Even if you don’t know the details, it is likely that you’ve heard of the company called Cambridge Analytica, know that they are in trouble, and it has something to do with Facebook. Cambridge Analytica is a political consulting firm with offices in London, New York, and Washington, D.C. It focuses on data mining and data analysis to provide brand strategy for its clients.

This March it was revealed that since 2014, some of Cambridge Analytica’s data came from an app called thisisyourdigitallife that the company paid to have developed. This app administered a personality survey, gathered profile information, and tracked “Like” activity from 270,000 Facebook users who, for a small payment, agreed to participate.

Close examination of the app’s user agreement would show a stipulation that, privacy settings allowing, thisisyourdigitallife would collect the same data from the much broader (and unnotified) pool of upwards of 50 million Facebook friends of the original user group. At the time, Facebook’s own policy, since amended, also endorsed this data collection-by-proxy.

Further buried in the fine print: exactly who would be receiving the information. The app presented itself as collecting data for research purposes but, according to the app’s creator, the user agreement contained a clause allowing it to use data for commercial purposes. This use WOULD have violated Facebook policy. Unfortunately, Facebook was unprepared to police this policy (among others). It proved unable to follow its data through to final destinations and out of its depth when confronted with the enormity, given amount of data and the complexity of business relationships, of this task. [For other examples of Facebook’s willingness to launch features without pausing to anticipate their consequences or to prepare for bad actors, check out Josh Constine’s article Facebook and the Endless String of Worst-Case Scenarios.]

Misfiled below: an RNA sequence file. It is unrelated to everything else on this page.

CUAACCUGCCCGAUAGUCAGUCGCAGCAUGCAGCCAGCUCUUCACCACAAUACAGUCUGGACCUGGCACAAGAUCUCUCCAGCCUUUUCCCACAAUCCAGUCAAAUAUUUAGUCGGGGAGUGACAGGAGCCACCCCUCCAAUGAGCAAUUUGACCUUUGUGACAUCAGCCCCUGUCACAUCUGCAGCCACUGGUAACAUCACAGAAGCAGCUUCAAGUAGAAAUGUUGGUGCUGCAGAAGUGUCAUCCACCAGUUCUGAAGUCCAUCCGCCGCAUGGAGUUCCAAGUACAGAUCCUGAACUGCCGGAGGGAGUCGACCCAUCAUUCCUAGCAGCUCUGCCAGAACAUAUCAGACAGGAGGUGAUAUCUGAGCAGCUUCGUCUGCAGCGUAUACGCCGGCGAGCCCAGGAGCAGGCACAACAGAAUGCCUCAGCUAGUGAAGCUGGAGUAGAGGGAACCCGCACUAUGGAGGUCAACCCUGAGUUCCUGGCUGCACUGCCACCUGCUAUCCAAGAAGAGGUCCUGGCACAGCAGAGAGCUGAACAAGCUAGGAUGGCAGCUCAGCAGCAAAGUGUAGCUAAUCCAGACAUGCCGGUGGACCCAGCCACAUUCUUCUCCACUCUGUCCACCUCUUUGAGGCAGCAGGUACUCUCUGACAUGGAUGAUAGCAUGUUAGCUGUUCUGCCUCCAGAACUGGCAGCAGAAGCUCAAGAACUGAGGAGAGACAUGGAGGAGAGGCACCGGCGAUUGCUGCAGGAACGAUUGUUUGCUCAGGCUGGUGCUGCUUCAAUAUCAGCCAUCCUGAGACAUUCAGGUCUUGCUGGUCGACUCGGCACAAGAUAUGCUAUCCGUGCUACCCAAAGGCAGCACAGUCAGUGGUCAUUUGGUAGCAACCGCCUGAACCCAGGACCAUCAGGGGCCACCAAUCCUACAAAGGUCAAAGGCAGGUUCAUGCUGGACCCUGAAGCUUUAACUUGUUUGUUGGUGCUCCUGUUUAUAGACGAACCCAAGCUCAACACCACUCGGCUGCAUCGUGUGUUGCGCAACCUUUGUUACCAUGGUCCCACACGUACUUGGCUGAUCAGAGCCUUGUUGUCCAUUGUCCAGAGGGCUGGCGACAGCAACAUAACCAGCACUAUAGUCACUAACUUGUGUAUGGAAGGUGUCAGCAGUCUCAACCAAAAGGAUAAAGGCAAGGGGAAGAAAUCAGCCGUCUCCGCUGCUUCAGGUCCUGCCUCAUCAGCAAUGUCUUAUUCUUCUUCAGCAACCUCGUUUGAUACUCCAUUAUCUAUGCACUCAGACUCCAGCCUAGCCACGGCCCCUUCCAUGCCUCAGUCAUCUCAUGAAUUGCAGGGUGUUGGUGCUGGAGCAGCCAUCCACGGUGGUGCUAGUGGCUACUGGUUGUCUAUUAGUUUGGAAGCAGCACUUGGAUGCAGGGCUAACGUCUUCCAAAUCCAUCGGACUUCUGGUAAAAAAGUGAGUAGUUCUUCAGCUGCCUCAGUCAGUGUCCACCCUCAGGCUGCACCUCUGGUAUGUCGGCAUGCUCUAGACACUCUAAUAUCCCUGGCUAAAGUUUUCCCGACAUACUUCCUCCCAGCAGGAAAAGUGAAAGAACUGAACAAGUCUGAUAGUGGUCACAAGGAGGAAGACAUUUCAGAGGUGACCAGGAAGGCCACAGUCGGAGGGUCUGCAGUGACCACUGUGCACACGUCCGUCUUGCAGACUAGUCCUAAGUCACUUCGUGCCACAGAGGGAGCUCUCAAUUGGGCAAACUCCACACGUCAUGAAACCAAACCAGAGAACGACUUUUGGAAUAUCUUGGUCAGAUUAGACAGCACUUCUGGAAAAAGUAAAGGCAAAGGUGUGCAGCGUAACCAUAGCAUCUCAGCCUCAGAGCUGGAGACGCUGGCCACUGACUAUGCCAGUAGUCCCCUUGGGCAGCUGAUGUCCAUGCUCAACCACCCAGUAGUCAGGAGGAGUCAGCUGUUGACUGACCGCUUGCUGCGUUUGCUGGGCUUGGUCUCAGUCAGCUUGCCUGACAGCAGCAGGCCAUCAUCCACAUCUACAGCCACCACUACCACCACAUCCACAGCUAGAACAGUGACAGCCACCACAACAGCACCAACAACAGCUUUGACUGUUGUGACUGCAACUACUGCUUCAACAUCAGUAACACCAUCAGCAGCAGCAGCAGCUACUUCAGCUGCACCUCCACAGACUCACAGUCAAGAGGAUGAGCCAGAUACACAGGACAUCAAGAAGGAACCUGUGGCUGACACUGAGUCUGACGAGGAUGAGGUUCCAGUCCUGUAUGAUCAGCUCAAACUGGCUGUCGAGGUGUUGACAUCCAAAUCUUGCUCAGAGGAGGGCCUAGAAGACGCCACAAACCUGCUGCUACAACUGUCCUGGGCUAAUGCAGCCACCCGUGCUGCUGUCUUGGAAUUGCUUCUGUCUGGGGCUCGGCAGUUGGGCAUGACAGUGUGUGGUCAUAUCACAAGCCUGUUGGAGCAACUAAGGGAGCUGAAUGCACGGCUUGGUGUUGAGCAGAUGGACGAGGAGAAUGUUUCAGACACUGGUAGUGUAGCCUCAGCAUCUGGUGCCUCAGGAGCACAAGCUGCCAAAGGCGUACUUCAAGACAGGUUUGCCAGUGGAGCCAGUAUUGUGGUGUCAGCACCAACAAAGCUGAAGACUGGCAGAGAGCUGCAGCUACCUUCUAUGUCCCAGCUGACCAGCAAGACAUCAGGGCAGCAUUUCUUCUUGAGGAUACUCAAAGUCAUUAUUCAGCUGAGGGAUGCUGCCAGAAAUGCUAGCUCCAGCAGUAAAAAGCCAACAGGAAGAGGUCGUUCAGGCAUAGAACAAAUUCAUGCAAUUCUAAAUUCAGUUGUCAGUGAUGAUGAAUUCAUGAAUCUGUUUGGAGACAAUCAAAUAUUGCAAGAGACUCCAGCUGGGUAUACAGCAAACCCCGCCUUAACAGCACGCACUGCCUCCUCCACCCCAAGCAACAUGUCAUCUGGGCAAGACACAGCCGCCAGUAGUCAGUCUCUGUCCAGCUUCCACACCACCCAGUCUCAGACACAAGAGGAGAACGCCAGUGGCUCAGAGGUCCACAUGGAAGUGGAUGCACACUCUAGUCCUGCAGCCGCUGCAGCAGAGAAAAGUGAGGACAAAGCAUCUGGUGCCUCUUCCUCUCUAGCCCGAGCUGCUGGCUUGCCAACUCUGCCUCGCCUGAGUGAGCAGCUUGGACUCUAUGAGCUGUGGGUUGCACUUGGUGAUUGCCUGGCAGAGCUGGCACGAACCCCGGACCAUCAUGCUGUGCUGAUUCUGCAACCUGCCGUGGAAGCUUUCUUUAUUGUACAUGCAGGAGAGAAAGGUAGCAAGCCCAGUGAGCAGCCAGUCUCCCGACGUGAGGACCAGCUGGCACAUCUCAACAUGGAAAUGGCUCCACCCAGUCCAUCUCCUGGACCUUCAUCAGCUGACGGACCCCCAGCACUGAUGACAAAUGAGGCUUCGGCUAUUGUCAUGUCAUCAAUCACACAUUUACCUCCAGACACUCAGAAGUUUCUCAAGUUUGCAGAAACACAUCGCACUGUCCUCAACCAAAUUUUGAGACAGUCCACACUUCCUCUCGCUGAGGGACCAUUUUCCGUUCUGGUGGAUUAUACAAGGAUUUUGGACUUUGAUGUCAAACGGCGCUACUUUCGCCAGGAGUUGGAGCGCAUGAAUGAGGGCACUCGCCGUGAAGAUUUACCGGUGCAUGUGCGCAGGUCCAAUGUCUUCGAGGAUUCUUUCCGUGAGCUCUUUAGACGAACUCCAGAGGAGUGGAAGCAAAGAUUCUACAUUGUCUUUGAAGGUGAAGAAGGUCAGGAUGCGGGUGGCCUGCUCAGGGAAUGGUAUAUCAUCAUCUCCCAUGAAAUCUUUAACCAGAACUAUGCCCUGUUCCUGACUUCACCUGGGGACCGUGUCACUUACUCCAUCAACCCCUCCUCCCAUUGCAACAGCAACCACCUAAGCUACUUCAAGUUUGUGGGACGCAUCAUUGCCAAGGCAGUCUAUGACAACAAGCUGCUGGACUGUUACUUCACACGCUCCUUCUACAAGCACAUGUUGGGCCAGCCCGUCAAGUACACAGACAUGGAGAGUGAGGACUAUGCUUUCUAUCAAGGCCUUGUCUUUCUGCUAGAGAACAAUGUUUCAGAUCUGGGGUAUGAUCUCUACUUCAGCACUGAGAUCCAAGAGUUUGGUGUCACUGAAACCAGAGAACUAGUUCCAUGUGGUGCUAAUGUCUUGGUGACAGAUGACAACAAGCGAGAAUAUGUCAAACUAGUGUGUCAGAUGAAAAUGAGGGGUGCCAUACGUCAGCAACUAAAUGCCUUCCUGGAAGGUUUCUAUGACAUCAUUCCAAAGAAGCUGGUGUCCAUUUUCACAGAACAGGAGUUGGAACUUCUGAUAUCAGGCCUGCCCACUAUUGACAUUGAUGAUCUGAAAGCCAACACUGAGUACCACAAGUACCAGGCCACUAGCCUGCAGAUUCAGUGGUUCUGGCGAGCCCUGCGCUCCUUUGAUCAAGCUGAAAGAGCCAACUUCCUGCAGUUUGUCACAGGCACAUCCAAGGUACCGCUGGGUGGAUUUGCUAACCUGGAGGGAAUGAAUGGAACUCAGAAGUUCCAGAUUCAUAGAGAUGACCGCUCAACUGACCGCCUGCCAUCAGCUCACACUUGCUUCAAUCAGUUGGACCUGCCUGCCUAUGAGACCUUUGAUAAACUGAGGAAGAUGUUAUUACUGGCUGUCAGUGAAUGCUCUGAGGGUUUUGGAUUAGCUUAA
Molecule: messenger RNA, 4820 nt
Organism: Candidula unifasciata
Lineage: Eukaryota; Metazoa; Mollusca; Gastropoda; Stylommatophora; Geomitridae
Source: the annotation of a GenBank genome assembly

Also unsettling: no one knows exactly how the data was used. There are indicators that Cambridge Analytica created “psychographic” profiles for political clients to deliver targeted messages to key voters during campaigns. Investigations have been opened into this question in the United States, India, and Brazil (the three countries with the largest numbers of Facebook users[1], it is worth noting). Though Cambridge Analytica has denied this, it has not offered up an explanation of its own as to its clients and their methods.

When a company such as Facebook traffics in data, the potential for misuse goes far beyond the company collecting the information. Data has value because it can be sold, and it becomes nearly impossible to control where such transactions may end up. Marketers selling consumer goods are on the benign end of the spectrum. It is not too far-fetched to assume corrupt regimes with an interest in squelching political opposition or targeted misinformation campaigns on the other, more destructive, end.

Go2s does not reject advertising as part of its business model. Go2s rejects the idea that the customer herself is the product. When businesses ask you to pay for services with personal information, they do so at best to advertise to you more efficiently. At worst, your information may one day be used against you. In this process, the customer gives the power of her information, knowledge, and experience away rather than keeping it for herself.

Go2s invites the individual to drive her community’s economic engines by centering its business model around the user sharing her expertise directly with her trusted network. Go2s does not make your data available to externally-developed apps or strangers for advertising or any other purpose. We consider ourselves the stewards of your personal data and only allow your trusted Resources to send you offers that you can choose to share with your Go2s. You decide who is allowed into your network and how far a resource’s influence can go within your network. You decide what deserves promotion. This is the power of advocacy, and this power has explosive potential when multiplied by the exponentials of trusted connections happening in Go2s.

[1] According to Statista, a Hamburg, Germany-based data and statistical company.